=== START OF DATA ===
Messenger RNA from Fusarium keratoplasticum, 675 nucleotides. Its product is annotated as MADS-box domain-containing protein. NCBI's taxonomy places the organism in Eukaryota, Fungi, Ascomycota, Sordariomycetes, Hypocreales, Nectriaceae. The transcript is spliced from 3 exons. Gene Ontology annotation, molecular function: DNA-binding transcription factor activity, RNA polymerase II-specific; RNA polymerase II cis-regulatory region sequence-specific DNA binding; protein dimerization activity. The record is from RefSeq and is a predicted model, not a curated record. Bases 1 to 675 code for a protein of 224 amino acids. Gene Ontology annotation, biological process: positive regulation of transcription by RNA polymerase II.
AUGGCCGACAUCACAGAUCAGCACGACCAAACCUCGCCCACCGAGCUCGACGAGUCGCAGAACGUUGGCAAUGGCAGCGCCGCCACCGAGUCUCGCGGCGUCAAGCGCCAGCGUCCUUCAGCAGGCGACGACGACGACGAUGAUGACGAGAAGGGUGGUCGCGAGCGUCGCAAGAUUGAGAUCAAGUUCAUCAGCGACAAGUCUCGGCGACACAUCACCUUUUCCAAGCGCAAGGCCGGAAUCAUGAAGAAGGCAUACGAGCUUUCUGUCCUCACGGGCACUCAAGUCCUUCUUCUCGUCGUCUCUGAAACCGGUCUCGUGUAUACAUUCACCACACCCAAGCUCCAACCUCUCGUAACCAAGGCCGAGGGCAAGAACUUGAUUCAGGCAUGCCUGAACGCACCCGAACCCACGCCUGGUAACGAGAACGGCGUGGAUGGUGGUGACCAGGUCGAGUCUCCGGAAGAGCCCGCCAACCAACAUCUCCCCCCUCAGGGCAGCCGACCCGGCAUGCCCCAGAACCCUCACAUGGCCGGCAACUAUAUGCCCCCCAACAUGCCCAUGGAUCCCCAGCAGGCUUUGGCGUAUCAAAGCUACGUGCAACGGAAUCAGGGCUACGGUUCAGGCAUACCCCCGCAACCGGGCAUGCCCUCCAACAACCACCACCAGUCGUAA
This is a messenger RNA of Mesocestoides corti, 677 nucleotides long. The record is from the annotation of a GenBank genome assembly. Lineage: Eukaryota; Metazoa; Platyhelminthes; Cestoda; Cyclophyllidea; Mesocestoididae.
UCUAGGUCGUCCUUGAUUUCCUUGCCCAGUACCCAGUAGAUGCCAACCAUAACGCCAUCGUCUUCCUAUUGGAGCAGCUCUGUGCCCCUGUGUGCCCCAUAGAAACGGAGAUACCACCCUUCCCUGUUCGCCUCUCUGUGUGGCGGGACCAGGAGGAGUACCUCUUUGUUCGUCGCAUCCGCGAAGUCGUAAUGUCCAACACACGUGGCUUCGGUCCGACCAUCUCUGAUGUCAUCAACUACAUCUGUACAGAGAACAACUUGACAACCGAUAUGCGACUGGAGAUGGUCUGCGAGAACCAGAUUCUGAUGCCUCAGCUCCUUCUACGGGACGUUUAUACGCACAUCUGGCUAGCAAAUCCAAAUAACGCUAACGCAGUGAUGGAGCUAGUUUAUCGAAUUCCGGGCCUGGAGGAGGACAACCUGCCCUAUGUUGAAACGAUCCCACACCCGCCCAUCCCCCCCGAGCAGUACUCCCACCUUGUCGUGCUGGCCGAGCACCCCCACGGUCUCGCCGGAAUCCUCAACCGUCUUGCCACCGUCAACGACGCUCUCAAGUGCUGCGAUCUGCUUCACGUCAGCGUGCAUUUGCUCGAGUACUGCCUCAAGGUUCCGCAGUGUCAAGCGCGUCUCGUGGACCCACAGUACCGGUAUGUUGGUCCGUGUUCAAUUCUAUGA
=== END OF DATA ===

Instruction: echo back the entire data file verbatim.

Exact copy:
Messenger RNA from Fusarium keratoplasticum, 675 nucleotides. Its product is annotated as MADS-box domain-containing protein. NCBI's taxonomy places the organism in Eukaryota, Fungi, Ascomycota, Sordariomycetes, Hypocreales, Nectriaceae. The transcript is spliced from 3 exons. Gene Ontology annotation, molecular function: DNA-binding transcription factor activity, RNA polymerase II-specific; RNA polymerase II cis-regulatory region sequence-specific DNA binding; protein dimerization activity. The record is from RefSeq and is a predicted model, not a curated record. Bases 1 to 675 code for a protein of 224 amino acids. Gene Ontology annotation, biological process: positive regulation of transcription by RNA polymerase II.
AUGGCCGACAUCACAGAUCAGCACGACCAAACCUCGCCCACCGAGCUCGACGAGUCGCAGAACGUUGGCAAUGGCAGCGCCGCCACCGAGUCUCGCGGCGUCAAGCGCCAGCGUCCUUCAGCAGGCGACGACGACGACGAUGAUGACGAGAAGGGUGGUCGCGAGCGUCGCAAGAUUGAGAUCAAGUUCAUCAGCGACAAGUCUCGGCGACACAUCACCUUUUCCAAGCGCAAGGCCGGAAUCAUGAAGAAGGCAUACGAGCUUUCUGUCCUCACGGGCACUCAAGUCCUUCUUCUCGUCGUCUCUGAAACCGGUCUCGUGUAUACAUUCACCACACCCAAGCUCCAACCUCUCGUAACCAAGGCCGAGGGCAAGAACUUGAUUCAGGCAUGCCUGAACGCACCCGAACCCACGCCUGGUAACGAGAACGGCGUGGAUGGUGGUGACCAGGUCGAGUCUCCGGAAGAGCCCGCCAACCAACAUCUCCCCCCUCAGGGCAGCCGACCCGGCAUGCCCCAGAACCCUCACAUGGCCGGCAACUAUAUGCCCCCCAACAUGCCCAUGGAUCCCCAGCAGGCUUUGGCGUAUCAAAGCUACGUGCAACGGAAUCAGGGCUACGGUUCAGGCAUACCCCCGCAACCGGGCAUGCCCUCCAACAACCACCACCAGUCGUAA
This is a messenger RNA of Mesocestoides corti, 677 nucleotides long. The record is from the annotation of a GenBank genome assembly. Lineage: Eukaryota; Metazoa; Platyhelminthes; Cestoda; Cyclophyllidea; Mesocestoididae.
UCUAGGUCGUCCUUGAUUUCCUUGCCCAGUACCCAGUAGAUGCCAACCAUAACGCCAUCGUCUUCCUAUUGGAGCAGCUCUGUGCCCCUGUGUGCCCCAUAGAAACGGAGAUACCACCCUUCCCUGUUCGCCUCUCUGUGUGGCGGGACCAGGAGGAGUACCUCUUUGUUCGUCGCAUCCGCGAAGUCGUAAUGUCCAACACACGUGGCUUCGGUCCGACCAUCUCUGAUGUCAUCAACUACAUCUGUACAGAGAACAACUUGACAACCGAUAUGCGACUGGAGAUGGUCUGCGAGAACCAGAUUCUGAUGCCUCAGCUCCUUCUACGGGACGUUUAUACGCACAUCUGGCUAGCAAAUCCAAAUAACGCUAACGCAGUGAUGGAGCUAGUUUAUCGAAUUCCGGGCCUGGAGGAGGACAACCUGCCCUAUGUUGAAACGAUCCCACACCCGCCCAUCCCCCCCGAGCAGUACUCCCACCUUGUCGUGCUGGCCGAGCACCCCCACGGUCUCGCCGGAAUCCUCAACCGUCUUGCCACCGUCAACGACGCUCUCAAGUGCUGCGAUCUGCUUCACGUCAGCGUGCAUUUGCUCGAGUACUGCCUCAAGGUUCCGCAGUGUCAAGCGCGUCUCGUGGACCCACAGUACCGGUAUGUUGGUCCGUGUUCAAUUCUAUGA